Not only will there be way more Michigan apples this year, they’ll probably be bigger and better looking too.
According to estimates from the United States Department of Agriculture, Michigan apple growers are likely to produce 26.1 million bushels this season. The 5 year average is 19.5 million bushels. Only Washington and New York state grow more.
Denise Donohue is the Executive Director of the Michigan Apple Committee.
“This is the 5th year on the rollercoaster for Michigan. It’s been an up and down thing for the last three years in particular.”
2009 was a great year for apple orchards. But 2010 was a particularly bad year because of late spring frost. Apple production is expected to be up more than 75-percent compared to last fall.
Good weather is the main factor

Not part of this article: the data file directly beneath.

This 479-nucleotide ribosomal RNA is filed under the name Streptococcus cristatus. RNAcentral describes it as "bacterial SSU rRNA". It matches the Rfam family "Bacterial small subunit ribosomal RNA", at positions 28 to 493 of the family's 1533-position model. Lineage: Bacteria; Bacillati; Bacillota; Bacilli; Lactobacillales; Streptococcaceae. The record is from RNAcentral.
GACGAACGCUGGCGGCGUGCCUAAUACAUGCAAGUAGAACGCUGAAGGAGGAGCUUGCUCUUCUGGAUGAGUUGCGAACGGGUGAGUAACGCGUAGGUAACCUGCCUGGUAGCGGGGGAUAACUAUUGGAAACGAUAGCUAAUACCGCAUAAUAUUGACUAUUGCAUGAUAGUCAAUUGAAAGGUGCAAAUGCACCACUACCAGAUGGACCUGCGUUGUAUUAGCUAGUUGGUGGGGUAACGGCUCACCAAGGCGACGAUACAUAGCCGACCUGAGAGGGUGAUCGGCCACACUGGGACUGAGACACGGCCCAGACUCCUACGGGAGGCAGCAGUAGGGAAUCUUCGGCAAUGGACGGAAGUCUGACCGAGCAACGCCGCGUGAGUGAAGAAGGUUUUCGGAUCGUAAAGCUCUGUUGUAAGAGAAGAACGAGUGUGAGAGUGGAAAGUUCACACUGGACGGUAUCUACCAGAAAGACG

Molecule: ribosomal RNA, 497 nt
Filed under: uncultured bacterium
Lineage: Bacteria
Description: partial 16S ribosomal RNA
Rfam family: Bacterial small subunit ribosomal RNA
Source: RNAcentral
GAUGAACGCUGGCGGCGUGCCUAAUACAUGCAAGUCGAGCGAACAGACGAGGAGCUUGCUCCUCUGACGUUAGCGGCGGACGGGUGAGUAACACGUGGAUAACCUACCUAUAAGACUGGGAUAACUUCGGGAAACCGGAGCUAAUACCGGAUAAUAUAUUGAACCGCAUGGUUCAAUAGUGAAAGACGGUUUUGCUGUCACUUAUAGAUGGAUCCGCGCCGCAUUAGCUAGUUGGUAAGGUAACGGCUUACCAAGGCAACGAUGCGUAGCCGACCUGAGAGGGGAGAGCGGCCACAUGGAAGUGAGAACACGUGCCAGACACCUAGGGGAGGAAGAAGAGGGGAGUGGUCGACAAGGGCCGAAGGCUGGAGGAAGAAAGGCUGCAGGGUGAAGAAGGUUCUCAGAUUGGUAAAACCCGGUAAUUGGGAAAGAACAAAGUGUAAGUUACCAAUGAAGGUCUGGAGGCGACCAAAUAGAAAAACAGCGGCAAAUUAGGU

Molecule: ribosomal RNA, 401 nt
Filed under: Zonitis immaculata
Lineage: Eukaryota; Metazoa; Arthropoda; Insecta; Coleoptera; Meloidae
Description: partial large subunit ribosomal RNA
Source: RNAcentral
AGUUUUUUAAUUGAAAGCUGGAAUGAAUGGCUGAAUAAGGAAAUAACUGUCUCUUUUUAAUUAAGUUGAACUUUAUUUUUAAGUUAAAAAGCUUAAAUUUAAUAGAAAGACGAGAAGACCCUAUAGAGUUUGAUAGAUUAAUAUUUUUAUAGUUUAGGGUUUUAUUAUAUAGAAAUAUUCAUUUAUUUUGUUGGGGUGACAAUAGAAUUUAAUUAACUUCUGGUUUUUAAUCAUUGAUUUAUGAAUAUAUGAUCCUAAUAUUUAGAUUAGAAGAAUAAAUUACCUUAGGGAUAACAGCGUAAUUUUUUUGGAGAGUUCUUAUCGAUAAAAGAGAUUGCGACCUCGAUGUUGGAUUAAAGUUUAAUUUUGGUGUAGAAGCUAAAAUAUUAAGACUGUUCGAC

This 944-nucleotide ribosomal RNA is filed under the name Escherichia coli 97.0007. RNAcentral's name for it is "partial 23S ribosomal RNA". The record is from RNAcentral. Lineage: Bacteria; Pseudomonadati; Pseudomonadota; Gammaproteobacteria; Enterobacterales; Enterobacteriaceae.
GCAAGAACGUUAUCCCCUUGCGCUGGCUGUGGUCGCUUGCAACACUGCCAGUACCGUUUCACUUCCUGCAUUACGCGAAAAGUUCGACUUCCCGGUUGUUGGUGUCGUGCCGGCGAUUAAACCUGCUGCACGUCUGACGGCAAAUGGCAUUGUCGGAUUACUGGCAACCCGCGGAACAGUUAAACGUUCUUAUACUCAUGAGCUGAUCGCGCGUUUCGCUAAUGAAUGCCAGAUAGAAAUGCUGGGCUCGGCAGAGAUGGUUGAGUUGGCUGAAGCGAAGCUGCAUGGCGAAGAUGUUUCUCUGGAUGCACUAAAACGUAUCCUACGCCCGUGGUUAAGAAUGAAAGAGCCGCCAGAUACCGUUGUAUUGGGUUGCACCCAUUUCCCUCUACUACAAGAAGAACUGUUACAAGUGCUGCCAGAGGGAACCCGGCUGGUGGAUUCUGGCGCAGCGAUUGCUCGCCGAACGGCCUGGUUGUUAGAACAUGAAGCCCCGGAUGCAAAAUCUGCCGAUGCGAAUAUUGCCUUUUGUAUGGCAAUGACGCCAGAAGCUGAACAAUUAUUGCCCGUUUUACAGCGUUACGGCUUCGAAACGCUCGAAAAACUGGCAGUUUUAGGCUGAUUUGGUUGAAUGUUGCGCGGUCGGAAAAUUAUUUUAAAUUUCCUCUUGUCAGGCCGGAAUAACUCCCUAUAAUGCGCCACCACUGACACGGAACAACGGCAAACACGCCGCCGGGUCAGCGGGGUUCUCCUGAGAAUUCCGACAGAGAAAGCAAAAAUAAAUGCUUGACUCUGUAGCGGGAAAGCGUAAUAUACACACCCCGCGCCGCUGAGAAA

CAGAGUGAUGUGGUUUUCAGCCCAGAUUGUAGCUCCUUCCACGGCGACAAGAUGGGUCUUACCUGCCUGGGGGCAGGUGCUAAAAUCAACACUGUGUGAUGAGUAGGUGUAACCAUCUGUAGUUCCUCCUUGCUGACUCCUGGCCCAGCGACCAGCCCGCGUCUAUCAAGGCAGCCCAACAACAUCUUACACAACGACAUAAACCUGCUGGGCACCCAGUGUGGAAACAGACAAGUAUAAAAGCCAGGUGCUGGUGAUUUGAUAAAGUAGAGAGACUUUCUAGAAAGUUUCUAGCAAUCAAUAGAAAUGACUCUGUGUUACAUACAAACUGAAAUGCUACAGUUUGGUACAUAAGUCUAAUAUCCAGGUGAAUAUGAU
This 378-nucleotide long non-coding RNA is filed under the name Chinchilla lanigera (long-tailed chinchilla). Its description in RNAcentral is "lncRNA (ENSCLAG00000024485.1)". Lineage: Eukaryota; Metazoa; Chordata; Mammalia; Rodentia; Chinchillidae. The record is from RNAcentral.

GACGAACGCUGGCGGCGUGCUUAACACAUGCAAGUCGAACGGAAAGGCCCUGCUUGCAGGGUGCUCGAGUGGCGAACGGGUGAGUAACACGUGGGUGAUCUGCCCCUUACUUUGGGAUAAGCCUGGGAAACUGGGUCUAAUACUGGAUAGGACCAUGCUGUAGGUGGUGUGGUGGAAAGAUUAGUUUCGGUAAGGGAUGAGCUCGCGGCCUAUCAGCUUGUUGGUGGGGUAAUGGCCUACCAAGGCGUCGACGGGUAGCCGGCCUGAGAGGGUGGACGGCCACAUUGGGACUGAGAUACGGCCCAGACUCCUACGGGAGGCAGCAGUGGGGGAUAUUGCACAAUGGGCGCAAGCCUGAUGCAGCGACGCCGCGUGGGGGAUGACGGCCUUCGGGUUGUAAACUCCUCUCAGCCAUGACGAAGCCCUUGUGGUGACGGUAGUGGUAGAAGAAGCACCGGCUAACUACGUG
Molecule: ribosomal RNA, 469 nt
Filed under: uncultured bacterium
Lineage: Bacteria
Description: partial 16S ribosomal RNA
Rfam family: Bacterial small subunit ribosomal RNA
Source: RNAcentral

- Trees are “rested” (because of less production and good rainfall last fall)
- Cooler spring this year resulted in a late blossoming period with no frost
- Hot summer with some, intermittent rain. Deep-rooted trees are less vulnerable to heat than crops like corn and soybeans.
“Our growers are not necessarily calling this a “limb-buster” or a “bin-buster”. I mean in agriculture if you’ve got a very large, a bumper crop, you know those kinds of words are tossed around,” Donohue said, “But we’re real, real happy about the size of it - don’t get me wrong.”
Donohue says many growers have invested, planting more and better trees in their orchard lately. She expects many more good years like this ahead.